At the 2018 ALA Midwinter conference, the ALA President’s program was a debate about neutrality. I will not summarize that event (see here), but I do want to call attention to something that became very clear in the course of the program: everyone was using a different definition of neutrality. People spoke with assumptions of what neutrality means and why they do, or do not, believe that it is important for libraries to maintain. But what are we assuming when we make these assumptions? Without an agreed upon definition, some referred to legal rulings to define neutrality, some used a dictionary definition (“not aligned with a political or ideological grouping” – Merriam Webster) without probing how political or ideological perspectives play out in real life. But why do we assume libraries should be neutral? What safety or security does that assumption carry? What else are we assuming should be neutral? Software? Analytics? What value judgements are we bringing forward with those assumptions?
An assumption of neutrality often comes with a transference of trust. A speaker at ALA even said that the three professions thought of as the most trustworthy (via a national poll) are firefighting, nursing, and librarianship, and so, by his logic, we must be neutral. Perhaps some do not conflate trust and neutrality, but when we do assume neutrality equates with trust in these situations, we remove the human aspect from the equation. Nurses and librarians, as people, are not neutral. People hold biases and a variety of lived experiences that shape perspectives and approaches. If you engage this line of thought and interrogate your assumptions and beliefs, it can become apparent that it takes effort to recognize and mitigate our human biases throughout the various interactions in our lives.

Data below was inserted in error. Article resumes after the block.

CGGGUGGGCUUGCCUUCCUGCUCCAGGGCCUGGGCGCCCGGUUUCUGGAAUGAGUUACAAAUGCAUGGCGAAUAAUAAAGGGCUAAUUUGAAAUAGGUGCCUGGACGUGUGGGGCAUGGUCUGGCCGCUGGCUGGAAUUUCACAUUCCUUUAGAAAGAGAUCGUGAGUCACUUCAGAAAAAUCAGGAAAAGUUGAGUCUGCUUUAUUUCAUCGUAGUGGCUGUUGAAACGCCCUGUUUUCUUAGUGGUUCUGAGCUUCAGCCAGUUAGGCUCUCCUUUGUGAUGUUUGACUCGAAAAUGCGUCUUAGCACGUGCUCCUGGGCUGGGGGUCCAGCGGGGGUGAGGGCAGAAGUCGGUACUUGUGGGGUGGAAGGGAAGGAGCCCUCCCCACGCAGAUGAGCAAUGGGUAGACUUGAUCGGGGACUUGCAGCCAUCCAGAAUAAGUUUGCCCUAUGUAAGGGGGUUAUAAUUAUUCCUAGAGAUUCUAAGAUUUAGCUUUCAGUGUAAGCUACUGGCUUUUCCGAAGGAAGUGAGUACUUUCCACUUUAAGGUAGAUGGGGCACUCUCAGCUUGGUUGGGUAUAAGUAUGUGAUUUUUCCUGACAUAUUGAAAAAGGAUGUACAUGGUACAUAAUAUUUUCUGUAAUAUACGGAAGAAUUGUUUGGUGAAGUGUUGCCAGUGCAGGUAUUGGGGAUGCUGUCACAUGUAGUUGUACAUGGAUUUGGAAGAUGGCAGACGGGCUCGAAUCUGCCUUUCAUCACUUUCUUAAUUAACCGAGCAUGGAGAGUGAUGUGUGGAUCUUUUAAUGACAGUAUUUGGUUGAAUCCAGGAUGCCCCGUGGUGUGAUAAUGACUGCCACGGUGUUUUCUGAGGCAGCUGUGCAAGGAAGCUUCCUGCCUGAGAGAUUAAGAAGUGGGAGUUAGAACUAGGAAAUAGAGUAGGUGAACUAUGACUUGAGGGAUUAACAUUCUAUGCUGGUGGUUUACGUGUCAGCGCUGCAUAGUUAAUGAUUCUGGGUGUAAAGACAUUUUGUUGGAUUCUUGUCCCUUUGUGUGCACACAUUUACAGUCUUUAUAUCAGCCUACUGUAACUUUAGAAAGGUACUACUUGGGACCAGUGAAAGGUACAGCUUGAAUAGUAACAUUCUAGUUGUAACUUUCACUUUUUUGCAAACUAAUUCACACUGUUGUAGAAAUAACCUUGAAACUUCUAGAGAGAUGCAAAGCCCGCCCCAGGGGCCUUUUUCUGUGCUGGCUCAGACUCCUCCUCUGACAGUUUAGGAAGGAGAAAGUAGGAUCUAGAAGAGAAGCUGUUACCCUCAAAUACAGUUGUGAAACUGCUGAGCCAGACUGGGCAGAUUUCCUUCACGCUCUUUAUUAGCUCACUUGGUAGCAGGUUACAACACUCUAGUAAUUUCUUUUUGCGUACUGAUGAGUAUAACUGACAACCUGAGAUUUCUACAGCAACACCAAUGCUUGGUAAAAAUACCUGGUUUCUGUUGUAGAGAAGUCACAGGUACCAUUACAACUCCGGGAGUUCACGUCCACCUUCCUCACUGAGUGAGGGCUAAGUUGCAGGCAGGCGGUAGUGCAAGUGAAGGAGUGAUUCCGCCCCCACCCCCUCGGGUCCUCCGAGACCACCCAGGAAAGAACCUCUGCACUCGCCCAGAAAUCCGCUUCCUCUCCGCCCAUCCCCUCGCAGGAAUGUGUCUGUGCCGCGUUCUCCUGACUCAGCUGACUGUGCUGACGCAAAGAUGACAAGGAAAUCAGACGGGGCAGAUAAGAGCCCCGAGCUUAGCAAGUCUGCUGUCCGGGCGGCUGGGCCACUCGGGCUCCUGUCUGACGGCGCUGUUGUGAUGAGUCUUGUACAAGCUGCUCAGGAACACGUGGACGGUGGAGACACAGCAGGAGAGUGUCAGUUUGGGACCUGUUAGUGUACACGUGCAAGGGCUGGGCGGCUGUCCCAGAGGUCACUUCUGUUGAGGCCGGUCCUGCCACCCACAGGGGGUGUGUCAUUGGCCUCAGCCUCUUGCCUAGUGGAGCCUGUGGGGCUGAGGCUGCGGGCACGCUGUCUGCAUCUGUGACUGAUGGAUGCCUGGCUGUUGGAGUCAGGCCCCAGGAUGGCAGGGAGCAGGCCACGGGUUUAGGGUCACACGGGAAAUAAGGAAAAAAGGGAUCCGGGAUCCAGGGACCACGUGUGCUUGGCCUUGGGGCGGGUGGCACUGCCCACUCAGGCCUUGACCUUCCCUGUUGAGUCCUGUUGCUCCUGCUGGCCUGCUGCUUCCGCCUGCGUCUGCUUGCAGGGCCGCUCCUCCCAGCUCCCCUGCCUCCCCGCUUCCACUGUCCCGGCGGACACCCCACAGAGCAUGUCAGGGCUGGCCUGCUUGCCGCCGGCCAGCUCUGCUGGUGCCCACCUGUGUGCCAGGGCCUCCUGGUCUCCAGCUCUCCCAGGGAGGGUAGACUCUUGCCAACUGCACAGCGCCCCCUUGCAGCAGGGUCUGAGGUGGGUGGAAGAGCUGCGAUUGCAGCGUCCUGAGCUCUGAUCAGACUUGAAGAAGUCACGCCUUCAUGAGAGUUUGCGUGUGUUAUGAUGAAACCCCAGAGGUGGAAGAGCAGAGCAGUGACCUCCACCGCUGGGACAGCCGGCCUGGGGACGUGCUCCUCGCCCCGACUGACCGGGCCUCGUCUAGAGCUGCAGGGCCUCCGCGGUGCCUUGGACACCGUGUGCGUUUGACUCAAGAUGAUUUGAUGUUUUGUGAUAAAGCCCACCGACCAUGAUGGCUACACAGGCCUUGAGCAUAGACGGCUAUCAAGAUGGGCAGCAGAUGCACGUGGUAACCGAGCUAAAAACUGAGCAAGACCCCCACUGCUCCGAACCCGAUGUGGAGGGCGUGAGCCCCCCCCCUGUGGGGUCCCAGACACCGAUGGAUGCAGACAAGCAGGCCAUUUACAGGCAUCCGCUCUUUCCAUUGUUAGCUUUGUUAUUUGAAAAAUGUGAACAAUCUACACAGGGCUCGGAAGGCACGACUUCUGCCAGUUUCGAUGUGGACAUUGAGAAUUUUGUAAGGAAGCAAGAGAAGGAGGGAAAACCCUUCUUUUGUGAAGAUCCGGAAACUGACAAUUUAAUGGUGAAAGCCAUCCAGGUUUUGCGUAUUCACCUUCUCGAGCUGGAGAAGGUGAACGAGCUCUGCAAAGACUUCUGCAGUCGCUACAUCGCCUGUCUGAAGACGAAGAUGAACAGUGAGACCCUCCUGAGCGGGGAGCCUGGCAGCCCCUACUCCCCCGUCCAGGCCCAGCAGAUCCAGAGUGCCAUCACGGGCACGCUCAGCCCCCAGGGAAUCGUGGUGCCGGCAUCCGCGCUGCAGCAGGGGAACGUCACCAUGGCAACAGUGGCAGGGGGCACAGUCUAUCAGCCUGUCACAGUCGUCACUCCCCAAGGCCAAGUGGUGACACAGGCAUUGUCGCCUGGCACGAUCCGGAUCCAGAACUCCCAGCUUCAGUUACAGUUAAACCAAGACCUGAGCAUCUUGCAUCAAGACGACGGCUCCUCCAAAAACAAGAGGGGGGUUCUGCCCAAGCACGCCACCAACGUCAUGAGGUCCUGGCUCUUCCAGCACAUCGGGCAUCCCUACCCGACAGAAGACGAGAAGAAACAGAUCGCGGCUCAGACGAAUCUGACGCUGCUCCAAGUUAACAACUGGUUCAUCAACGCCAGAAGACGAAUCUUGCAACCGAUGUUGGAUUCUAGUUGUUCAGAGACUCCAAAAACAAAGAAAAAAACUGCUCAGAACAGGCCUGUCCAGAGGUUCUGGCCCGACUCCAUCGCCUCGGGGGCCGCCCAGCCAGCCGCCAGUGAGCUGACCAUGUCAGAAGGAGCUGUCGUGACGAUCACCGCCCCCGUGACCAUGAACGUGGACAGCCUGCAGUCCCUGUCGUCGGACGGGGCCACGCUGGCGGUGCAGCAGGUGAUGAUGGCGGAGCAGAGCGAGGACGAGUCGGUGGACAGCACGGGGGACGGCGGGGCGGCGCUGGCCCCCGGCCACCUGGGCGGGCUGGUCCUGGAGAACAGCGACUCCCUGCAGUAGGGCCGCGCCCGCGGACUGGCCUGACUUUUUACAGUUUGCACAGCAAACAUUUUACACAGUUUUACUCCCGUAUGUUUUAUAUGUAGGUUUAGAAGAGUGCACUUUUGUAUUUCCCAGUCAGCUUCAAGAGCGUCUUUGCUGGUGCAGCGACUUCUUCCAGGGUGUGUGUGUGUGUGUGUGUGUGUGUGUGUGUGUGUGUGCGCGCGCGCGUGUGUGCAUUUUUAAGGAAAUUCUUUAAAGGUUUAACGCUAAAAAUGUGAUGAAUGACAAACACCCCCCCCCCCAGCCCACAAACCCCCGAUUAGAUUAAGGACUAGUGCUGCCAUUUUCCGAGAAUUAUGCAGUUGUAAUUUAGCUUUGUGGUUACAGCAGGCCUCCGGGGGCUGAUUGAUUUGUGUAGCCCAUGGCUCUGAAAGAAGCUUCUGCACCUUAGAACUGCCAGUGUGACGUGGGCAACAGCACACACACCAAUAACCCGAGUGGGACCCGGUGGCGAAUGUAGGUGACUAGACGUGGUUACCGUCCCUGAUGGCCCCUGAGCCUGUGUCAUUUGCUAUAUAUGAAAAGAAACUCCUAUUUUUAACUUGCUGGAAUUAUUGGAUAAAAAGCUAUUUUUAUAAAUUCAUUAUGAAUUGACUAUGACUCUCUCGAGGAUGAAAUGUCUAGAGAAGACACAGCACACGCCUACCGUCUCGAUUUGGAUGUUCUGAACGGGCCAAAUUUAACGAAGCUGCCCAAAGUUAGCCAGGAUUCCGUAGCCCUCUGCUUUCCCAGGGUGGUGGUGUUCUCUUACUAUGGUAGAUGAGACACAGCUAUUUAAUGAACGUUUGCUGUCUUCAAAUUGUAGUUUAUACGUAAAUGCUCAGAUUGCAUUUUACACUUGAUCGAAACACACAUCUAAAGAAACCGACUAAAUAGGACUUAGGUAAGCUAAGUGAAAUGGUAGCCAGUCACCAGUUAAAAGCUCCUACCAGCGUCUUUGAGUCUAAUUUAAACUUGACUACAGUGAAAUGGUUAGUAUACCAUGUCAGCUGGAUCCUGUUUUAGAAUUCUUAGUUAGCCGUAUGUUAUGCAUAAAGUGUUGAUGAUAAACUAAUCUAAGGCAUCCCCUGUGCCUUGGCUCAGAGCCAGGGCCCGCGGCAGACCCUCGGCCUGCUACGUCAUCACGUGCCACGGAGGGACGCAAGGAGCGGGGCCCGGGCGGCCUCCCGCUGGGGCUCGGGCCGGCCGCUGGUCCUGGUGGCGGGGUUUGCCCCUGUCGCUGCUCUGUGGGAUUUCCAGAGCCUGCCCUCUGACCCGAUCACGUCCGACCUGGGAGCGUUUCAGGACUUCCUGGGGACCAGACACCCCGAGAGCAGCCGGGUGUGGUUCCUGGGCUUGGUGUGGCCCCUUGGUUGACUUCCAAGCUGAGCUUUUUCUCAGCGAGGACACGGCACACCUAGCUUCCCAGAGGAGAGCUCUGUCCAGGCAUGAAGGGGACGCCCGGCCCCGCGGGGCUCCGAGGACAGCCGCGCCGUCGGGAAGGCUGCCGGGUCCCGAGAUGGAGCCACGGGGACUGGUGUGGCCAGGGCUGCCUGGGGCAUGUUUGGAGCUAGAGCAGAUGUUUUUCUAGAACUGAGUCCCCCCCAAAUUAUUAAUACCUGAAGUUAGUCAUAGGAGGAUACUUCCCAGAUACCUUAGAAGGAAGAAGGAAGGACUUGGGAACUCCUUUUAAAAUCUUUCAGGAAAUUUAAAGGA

What of our technology? Systems and software are often put forward as logic-driven, neutral devices, considered apart from their human creators. The position of some people is that machines lack emotions and are, therefore, immune to our human biases and prejudices. This position is inaccurate and dangerous and requires our attention. Algorithms and analytics are not neutral. They are designed by people, who carry forward their own notions of what is true and what is neutral. These ideas are built into the structure of the systems and have the potential to influence our perception of reality. As we rely on “data-driven decision-making” across all aspects of our society — education, healthcare, entertainment, policy — we transfer trust and power to that data. All too often, we do that without scrutinizing the sources of the data, or the algorithms acting upon them. Moreover, as we push further into machine learning systems – systems that are trained on data to look for patterns and optimize processes – we open the door for those systems to amplify biases. To “learn” our systemic prejudices and inequities.